“I got a call from the BBC — they have researchers scouring for interesting behavior. Someone called and said they want to buy the footage,” said Dykstra, who ended up working on several episodes of the BBC series “Blue Planet 2,” for which he won a BAFTA (British Academy of Film and Television Arts) award for his cinematography. He now lives in Bristol, U.K., which he notes is the center of the universe for nature films.
“Once you work on a big show like that, you’re in the industry, and it’s such a big show, people go far and wide,” he said. “I got into it by accident. I have no training — I’m just passionate about the work and the ocean and natural environment. The people who I go out with now know more about the camera than I do.”
While whaling as an industry is, thankfully, no longer practiced on the scale it was in the 19th century, when practically all the world’s whale species were wiped out, there are still countries that engage in it commercially. And there are many new and different threats to whales.
“Sperm whales are on the decline in the Caribbean because of us. They’re getting hit by ships, entangled in fishing gear, suffering from ocean pollution,” said Dykstra. “Their infant mortality rate is 50 percent. We’re not shooting them with harpoons, but this a huge mortality.”
Whales can live many decades, so it’s entirely possible there is ancestral knowledge of human hunting and animals have passed down behaviors that encourage their young to avoid encounters with boats or people.
Which makes Dolores’s attraction to Dykstra all the more puzzling — and her interaction with Dykstra raises interesting questions for debate.
“Sperm whales, especially males, are incredibly shy. It’s the same with blue whales and fin whales,” said Dykstra. “All these really big whales are extra shy, because they were hunted. The curious ones are dead.
“The fact is that some of them trust us when they should avoid us,” he added. “With a whale like Dolores, what responsibility does that put on me? They run illegal drugs from South America to the U.S., and what if she puts her head on the wrong boat? What would they do to her? Do you want to be the one who makes this whale curious? It raises lots of ethical issues.”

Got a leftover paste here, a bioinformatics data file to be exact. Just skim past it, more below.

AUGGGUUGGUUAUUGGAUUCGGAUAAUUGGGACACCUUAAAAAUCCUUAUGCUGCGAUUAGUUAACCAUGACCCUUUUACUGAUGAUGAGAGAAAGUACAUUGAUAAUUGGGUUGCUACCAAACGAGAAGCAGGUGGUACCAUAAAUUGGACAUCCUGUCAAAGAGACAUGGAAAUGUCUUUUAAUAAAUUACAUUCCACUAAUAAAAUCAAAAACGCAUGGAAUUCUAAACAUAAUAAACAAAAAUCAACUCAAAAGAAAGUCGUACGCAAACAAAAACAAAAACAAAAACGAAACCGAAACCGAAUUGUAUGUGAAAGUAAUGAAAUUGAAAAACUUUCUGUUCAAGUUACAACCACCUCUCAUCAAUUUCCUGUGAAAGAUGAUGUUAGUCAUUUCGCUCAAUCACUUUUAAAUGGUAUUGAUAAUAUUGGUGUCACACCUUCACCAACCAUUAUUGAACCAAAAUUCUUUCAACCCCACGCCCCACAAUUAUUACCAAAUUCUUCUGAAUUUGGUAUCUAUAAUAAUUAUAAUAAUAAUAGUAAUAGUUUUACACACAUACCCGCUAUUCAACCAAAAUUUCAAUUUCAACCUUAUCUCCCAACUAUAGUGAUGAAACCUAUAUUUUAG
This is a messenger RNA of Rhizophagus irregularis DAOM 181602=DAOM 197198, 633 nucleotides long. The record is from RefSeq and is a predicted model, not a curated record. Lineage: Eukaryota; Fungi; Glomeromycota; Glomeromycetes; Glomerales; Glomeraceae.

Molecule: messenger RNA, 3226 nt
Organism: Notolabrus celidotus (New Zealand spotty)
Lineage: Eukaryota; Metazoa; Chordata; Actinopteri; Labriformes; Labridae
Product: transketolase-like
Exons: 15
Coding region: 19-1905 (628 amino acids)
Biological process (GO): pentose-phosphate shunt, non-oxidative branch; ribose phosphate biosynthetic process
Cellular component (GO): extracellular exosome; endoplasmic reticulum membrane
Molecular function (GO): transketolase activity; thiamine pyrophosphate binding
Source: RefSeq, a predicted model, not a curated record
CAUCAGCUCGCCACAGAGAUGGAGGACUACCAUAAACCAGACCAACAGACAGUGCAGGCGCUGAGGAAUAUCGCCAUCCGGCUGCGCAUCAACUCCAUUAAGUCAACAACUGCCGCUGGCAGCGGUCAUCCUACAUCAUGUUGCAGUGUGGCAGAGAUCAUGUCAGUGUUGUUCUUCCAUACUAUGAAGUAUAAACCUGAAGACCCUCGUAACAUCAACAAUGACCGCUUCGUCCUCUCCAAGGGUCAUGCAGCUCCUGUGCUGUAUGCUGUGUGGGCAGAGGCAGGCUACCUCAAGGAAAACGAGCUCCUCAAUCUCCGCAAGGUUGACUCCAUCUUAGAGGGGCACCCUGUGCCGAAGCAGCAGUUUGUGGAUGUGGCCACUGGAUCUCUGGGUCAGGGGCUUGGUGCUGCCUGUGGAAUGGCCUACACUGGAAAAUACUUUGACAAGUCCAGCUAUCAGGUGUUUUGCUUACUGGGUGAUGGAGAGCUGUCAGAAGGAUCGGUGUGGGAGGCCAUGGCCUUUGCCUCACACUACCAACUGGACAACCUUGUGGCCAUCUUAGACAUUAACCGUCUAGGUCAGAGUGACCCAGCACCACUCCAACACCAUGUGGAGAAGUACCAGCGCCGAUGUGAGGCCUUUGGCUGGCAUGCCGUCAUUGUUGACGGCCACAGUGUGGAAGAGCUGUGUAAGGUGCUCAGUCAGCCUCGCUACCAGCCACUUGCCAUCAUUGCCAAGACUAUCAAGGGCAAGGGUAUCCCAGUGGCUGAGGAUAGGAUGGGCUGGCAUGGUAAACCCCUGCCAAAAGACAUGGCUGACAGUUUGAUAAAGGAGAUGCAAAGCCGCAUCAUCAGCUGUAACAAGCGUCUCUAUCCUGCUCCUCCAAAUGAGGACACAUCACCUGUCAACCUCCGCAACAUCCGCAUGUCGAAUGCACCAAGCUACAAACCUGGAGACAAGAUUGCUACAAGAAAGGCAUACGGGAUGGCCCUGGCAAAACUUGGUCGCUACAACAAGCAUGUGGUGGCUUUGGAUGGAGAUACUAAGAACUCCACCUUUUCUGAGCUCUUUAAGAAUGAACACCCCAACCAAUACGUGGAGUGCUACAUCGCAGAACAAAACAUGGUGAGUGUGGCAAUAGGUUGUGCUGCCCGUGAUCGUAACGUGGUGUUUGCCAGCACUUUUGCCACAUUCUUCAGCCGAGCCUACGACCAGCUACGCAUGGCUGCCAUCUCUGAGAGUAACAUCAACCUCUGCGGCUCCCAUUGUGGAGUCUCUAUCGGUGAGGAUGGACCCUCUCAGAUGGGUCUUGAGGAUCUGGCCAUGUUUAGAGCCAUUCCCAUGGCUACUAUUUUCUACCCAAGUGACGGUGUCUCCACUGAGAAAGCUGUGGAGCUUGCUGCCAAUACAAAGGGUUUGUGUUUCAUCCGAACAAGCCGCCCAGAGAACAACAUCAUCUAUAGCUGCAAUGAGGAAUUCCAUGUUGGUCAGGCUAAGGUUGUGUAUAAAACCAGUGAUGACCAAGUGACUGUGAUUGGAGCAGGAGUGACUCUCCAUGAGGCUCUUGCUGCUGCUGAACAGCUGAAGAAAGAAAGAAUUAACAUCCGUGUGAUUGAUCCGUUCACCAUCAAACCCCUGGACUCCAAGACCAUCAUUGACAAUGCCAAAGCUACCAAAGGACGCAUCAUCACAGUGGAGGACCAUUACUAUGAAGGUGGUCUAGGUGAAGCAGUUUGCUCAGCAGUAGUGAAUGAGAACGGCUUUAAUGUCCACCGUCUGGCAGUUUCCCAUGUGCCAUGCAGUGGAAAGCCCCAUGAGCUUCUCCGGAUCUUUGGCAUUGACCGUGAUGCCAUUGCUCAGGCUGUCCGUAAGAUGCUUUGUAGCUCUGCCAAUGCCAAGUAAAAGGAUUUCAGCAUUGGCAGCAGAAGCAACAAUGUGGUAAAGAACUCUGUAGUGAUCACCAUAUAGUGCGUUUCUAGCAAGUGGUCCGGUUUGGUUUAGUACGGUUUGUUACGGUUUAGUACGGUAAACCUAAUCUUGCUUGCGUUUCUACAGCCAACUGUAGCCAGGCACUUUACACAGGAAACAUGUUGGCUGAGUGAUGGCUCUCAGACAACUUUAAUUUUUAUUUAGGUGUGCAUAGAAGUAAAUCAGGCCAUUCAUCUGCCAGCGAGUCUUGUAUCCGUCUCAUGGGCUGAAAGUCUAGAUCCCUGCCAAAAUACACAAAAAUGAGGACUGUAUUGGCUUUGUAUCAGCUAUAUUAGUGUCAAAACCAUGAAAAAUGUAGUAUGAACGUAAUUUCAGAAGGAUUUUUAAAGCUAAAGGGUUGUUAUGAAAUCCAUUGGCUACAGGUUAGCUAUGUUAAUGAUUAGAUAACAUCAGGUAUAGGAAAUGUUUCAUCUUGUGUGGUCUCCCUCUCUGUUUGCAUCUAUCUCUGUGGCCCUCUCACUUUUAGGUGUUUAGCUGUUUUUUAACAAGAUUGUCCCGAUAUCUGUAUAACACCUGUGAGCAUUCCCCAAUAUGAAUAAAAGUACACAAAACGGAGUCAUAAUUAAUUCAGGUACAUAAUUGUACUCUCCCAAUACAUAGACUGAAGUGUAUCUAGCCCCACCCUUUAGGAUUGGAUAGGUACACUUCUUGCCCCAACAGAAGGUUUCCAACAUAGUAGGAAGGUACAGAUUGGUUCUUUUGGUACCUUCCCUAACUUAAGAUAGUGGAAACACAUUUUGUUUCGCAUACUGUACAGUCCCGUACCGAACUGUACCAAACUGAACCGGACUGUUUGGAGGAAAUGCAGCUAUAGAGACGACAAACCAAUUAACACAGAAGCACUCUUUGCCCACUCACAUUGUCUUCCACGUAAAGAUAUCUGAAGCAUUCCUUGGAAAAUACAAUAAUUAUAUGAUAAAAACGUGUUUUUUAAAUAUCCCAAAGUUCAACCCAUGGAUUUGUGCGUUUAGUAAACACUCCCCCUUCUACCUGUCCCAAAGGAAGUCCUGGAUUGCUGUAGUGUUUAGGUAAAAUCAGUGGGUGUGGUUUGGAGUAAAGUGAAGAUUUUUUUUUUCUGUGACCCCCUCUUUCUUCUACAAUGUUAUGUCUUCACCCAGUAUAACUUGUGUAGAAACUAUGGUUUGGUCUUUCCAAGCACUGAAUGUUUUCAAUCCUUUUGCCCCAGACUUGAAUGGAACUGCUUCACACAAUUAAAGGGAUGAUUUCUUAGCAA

One of the reasons that Dykstra has returned to Dominica several times to spend time with Dolores is the fact that it is she who initiates the contact, not him.
“There are whales I know and spend time with, but the fact she was so physical was surprising. We know whales can recognize individual people. I don’t know if they like me, but they can recognize me and will swim over to me,” said Dykstra. “It could be every time I go I’m with different people, so I’m familiar and will cause them to come over.”
Despite his long experience with all sorts of whale species, when he had his first physical encounter with Dolores, Dykstra said it took him by surprise.
“That was eye opening. I’d never encountered whales that lift you up and push you and gum you,” he said. “It’s exhilarating, but quite scary. Whales hit each other with their tails, but a playful tap with a tail could kill you — they could love you to death.
“One of her teeth came in, and she was feeling the camera with her mouth. If part of your rash guard got stuck on a nubby tooth, she could dive to the bottom with you attached to her, and your head could explode.”
Of course, the ultimate question is, what is Dolores’s motive in interacting with Dykstra? Is it really love, or is it something else?
“It’s easy to anthropomorphize these things, and people can criticize the film for that, but it’s my lived experience,” he responded. “That’s how we justify the decision of what they were thinking and doing in these behaviors. It’s my interpretation, my opinion — not mainstream science — and I think she’s trying to learn.
“She wants to know what we are and why we are there,” he added. “She’s interested in learning about the world and perhaps wants to show me her world. Mimicking my actions is more about her own curiosity and her environment.”
Which makes sense when one considers how rare it must be for whales to actually see humans up close in their environment, much less have a chance to swim with one.
“They surface every 45 minutes, and only rarely is a human there, so it’s, like, ‘Oh, this is different. Here’s this really poor swimming wildlife,’ or ‘This dolphin is a bad swimmer, and maybe I can help him,’” he said. “It puts a responsibility on me not to poke her or climb on her, drive the boat slow, turn the engine off. And it’s up to me to think that, given how curious and trusting she is, what can we learn from this without abusing her?
“I don’t want to stab her with a tracking device.”
“Patrick and the Whale” will be screened by the Hampton Doc Fest at 5 p.m. on Friday, December 2, at Sag Harbor Cinema. Both director Mark Fletcher and cinematographer Patrick Dykstra will take part in a Q&A led by filmmaker Roger Sherman. Visit hamptonsdocfest.com for tickets and details.
One fine body…